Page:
PETA founder and President Ingrid Newkirk makes a strong case for sharks’ remarkableness in her most recent book, Animalkind, co-written with bestselling author Gene Stone. They “deserve better,” Animalkind contends—better than being held prisoner at SeaWorld and other marine parks and aquariums, relegated to being entertainment for spectators. They also deserve better than being unintentionally caught as “bycatch,” then discarded and left to die, and better than being left to bleed out and die after their fins are cut off for soup. These mysterious ocean dwellers deserve to be left in peace in their homes—instead, they get an undeserved bad rap.
Find out why these animals merit mad respect:
Are Sharks Dinosaurs?
Sharks are not dinosaurs—they’re actually older than dinosaurs. Not only did these impressive animals survive four major mass extinctions of life on Earth, they’ve also been around approximately 100 million years longer than trees.
Who Were Megalodons?
Megalodons were the biggest sharks who ever lived. If you’ve ever wondered, “Just how big is a megalodon?” or “What killed them off?” or “Could one still exist?” you’re not alone. The giant shark who spawned numerous films is one of the largest fish ever to exist. Although experts don’t know exactly when the megalodon went extinct, it’s believed to have happened about 2.6 million years ago (100,000 years before our earliest Homo sapiens ancestors are believed to have walked the Earth). Megalodons were likely 50 to 60 feet long—three times longer than the largest known great white shark.
So what killed off the megalodon? Experts believe competition from the smaller but highly efficient great white shark could be to blame.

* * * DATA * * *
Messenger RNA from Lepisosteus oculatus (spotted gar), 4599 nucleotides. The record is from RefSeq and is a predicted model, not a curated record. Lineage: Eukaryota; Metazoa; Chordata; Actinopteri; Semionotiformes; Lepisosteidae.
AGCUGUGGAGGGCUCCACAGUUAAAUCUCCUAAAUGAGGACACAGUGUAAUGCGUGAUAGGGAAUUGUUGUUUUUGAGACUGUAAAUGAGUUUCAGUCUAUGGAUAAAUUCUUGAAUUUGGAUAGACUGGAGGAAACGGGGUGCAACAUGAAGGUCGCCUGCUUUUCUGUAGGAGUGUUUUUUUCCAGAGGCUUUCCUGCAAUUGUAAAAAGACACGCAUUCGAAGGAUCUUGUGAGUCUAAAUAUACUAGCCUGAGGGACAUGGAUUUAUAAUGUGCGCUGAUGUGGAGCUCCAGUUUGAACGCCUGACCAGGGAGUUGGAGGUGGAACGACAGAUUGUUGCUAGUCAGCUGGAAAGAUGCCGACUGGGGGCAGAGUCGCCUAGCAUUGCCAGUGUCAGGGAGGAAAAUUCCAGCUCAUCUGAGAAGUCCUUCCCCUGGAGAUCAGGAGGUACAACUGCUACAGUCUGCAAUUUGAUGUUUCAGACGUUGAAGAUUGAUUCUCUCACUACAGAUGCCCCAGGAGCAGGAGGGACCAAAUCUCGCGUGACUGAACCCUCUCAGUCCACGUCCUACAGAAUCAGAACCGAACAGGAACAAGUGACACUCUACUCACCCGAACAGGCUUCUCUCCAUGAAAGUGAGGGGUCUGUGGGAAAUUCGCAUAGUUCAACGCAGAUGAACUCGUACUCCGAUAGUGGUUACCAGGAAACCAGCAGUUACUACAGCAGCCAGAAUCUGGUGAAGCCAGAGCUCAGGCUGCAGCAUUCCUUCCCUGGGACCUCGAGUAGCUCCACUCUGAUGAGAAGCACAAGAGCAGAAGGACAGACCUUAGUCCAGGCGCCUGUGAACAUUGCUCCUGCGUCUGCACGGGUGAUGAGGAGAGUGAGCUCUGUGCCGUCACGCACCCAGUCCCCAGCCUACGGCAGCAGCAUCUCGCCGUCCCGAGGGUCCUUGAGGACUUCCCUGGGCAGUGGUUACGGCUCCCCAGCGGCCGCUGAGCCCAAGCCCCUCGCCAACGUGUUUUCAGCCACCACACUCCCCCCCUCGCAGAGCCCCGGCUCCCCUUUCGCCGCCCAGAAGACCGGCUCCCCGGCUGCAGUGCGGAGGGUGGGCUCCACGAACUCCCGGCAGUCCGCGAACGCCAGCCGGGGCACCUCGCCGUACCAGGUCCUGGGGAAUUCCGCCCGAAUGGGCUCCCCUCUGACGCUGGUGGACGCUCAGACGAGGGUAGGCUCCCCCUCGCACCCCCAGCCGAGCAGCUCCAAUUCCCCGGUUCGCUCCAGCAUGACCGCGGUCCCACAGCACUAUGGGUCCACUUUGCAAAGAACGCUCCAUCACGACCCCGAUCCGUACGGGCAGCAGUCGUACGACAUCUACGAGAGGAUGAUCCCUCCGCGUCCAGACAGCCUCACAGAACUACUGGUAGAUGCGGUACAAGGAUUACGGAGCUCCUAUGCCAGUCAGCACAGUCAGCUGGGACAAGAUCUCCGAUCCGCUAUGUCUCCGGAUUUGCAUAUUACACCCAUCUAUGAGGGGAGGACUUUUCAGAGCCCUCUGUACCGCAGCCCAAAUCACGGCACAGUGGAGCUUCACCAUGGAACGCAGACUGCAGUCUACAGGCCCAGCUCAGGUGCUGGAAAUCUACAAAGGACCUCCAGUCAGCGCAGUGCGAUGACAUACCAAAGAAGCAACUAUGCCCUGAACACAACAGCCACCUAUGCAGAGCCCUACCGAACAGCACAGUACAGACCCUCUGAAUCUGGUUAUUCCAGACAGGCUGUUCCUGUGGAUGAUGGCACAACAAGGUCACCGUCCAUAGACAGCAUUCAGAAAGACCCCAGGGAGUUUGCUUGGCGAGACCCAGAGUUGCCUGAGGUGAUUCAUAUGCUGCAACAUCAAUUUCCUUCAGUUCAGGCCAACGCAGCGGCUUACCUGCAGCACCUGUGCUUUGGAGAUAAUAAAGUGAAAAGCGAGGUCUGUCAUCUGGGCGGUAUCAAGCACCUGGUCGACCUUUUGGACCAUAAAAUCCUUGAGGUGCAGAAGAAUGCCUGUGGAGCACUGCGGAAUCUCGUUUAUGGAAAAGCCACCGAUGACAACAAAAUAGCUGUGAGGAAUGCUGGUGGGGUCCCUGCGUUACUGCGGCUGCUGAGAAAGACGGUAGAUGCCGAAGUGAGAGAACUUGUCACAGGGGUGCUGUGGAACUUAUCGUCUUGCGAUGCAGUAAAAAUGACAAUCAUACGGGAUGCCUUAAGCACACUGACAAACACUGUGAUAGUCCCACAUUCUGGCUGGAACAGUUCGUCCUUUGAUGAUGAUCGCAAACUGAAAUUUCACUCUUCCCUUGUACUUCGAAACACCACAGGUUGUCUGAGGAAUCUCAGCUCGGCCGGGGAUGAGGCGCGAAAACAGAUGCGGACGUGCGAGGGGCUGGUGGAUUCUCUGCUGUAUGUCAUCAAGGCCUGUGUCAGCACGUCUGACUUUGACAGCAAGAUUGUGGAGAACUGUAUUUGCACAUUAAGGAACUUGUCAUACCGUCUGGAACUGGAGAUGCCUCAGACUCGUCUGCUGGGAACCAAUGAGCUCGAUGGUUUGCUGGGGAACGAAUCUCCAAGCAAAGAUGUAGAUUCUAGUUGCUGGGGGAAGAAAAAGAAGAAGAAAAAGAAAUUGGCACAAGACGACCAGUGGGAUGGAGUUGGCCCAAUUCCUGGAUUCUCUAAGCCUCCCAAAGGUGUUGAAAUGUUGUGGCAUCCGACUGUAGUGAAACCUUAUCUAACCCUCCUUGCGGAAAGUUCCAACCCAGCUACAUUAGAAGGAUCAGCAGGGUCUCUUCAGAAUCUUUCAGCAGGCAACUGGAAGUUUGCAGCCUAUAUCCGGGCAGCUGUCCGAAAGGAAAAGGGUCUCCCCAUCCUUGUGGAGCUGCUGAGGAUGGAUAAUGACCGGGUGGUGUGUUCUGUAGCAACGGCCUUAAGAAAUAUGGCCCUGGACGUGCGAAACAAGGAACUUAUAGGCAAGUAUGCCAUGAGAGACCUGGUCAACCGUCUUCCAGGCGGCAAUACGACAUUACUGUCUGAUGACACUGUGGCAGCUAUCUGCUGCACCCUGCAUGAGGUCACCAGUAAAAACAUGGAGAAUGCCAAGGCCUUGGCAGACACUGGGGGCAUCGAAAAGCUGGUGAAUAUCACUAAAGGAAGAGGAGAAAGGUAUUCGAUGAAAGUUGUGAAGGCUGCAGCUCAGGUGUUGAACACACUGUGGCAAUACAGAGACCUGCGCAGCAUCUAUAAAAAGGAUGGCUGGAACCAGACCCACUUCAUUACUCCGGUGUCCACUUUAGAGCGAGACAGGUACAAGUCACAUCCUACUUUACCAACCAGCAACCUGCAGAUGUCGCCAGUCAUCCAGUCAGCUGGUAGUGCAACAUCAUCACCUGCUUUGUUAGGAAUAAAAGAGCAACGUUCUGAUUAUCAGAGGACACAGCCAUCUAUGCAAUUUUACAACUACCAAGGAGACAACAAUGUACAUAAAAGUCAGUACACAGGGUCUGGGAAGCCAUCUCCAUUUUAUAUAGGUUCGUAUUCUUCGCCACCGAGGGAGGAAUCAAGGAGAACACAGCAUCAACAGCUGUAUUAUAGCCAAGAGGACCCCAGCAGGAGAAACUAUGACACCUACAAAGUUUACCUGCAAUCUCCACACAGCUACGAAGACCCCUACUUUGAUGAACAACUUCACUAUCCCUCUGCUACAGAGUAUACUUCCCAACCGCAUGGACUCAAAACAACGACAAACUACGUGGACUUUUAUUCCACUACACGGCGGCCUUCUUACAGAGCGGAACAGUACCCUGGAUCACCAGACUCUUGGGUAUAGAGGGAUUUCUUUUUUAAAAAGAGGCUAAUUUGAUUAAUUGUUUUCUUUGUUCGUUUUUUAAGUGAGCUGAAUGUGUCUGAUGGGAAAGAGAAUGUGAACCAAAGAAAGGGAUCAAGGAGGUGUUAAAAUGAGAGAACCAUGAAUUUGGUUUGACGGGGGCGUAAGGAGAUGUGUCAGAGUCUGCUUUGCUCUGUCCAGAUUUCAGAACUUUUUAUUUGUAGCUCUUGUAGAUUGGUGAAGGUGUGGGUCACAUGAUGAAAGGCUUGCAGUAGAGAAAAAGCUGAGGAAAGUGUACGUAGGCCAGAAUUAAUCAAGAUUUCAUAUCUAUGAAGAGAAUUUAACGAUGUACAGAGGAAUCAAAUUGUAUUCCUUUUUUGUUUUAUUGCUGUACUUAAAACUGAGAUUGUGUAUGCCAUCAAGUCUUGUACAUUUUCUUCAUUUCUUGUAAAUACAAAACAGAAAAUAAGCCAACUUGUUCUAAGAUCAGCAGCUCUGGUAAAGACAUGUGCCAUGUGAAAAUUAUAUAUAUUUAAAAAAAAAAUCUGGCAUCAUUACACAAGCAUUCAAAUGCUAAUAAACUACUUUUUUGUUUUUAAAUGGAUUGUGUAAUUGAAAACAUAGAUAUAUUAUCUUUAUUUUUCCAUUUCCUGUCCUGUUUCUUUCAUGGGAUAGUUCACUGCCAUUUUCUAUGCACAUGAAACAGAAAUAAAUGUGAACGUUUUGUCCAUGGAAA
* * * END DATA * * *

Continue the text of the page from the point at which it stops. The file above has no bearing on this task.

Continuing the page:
Are Sharks Fish or Mammals?
Sharks are fish. They’re Elasmobranchs—like rays and skates, sharks are cartilaginous fish, meaning that their skeletons are made of cartilage rather than bone. When many people think of sharks, great whites come to mind, but more than 440 known species of sharks actually exist today. (Many other shark species have gone extinct over time.)
Are Sharks Dangerous?
Unlike humans, sharks are necessary carnivores—they can’t plant vegetables, bake bread, or cruise supermarkets. However, that doesn’t mean they’re vying for a taste of surfer or diver. So what do sharks eat? Mostly smaller fish and invertebrates—although the bonnethead shark (the smallest member of the hammerhead family) is vegetarian, munching mostly on seagrass.
Great white sharks, found in all the world’s oceans, are depicted as ferocious human-eaters in films like Jaws. In reality, great white attacks on humans are exceptionally rare—when they do occur, it’s because the fish are acting in self-defense, protecting themselves and their home.
‘Shark-Infested Waters’ … You Mean, Sharks’ Home?
It’s humans whose flesh addiction kills more than 100 million sharks and billions of other sea animals annually. Comparatively, 2019 saw five shark-related human fatalities—statistically, you’re more likely to be killed by a popping champagne cork than by a shark attack.
Are Sharks Social?